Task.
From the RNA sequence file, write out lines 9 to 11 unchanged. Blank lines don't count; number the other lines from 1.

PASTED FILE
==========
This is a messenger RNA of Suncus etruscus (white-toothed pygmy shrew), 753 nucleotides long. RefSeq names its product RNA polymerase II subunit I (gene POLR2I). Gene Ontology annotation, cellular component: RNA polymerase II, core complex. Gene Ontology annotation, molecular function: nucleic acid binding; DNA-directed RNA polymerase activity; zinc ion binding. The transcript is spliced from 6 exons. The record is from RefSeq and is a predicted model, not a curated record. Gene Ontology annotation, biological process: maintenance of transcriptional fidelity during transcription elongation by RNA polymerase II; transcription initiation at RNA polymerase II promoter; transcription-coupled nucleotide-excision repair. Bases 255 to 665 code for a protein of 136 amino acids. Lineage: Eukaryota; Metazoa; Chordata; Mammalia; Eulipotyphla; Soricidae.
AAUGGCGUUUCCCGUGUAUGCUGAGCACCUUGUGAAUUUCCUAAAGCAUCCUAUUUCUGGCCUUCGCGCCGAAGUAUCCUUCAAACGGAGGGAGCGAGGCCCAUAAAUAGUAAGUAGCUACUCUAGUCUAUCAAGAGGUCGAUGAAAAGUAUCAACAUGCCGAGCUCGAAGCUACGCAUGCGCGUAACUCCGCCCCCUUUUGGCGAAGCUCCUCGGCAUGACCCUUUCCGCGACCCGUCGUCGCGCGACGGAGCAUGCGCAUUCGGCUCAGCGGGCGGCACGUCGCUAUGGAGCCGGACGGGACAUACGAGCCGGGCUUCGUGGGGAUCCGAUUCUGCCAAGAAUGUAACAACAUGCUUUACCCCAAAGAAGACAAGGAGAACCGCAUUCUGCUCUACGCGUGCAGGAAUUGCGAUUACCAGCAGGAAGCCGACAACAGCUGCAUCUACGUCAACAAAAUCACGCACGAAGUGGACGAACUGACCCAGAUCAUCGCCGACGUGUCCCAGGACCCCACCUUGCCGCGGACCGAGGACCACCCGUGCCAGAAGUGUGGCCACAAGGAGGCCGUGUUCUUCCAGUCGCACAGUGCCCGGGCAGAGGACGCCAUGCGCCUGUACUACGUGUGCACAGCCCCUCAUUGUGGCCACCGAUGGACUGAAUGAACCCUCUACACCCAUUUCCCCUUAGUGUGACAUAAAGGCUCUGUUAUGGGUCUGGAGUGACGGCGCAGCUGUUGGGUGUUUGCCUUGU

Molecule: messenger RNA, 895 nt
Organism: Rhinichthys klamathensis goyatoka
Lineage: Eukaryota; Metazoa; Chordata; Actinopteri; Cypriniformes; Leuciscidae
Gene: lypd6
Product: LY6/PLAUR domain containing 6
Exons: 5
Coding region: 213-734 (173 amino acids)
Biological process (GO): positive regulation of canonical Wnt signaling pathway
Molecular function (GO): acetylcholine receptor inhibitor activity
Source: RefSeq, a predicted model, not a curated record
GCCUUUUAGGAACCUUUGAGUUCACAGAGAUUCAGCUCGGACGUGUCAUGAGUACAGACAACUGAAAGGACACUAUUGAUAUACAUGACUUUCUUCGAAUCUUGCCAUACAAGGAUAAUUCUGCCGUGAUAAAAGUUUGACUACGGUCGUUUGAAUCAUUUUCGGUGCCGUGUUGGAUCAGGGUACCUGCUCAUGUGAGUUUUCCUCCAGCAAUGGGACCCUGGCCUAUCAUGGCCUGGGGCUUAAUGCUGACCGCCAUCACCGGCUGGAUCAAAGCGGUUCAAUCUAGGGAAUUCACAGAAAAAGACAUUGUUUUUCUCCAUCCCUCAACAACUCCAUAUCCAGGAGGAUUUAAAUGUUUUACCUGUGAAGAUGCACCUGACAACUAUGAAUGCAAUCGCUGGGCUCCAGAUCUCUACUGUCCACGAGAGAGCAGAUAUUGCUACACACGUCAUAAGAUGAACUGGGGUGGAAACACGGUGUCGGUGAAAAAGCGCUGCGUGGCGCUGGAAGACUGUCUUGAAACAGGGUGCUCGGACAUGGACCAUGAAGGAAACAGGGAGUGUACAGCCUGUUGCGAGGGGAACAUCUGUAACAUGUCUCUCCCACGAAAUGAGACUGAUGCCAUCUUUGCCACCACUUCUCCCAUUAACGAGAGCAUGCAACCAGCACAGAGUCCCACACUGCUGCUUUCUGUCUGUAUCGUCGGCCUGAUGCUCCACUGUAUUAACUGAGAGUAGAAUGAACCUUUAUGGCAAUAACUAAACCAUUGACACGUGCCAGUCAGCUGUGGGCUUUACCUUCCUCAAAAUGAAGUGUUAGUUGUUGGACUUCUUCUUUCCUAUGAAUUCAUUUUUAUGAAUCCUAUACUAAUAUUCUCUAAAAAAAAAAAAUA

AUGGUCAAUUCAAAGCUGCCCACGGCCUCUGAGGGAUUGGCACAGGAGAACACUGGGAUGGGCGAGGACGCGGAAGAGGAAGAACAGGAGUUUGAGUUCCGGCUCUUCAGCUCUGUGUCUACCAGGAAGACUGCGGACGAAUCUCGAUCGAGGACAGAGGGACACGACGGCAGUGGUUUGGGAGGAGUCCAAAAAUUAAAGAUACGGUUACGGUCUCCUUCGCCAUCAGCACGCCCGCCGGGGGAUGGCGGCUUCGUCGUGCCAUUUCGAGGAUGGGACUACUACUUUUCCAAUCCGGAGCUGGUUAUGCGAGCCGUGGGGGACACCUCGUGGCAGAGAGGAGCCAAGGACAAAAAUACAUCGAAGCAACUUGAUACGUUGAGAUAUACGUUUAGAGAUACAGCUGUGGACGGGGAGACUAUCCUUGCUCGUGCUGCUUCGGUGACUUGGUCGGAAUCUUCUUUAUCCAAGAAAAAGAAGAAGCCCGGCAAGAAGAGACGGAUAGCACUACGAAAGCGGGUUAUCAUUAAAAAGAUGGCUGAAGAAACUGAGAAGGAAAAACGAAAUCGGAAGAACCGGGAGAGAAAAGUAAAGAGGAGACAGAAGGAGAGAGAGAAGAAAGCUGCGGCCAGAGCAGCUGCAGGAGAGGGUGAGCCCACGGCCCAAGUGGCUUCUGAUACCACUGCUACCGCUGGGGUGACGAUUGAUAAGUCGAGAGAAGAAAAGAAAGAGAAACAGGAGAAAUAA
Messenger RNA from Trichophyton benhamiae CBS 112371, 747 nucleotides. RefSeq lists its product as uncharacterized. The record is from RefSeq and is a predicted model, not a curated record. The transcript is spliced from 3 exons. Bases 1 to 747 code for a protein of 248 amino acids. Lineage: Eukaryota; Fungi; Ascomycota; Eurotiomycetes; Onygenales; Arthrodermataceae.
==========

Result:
Coding region: 213-734 (173 amino acids)
Biological process (GO): positive regulation of canonical Wnt signaling pathway
Molecular function (GO): acetylcholine receptor inhibitor activity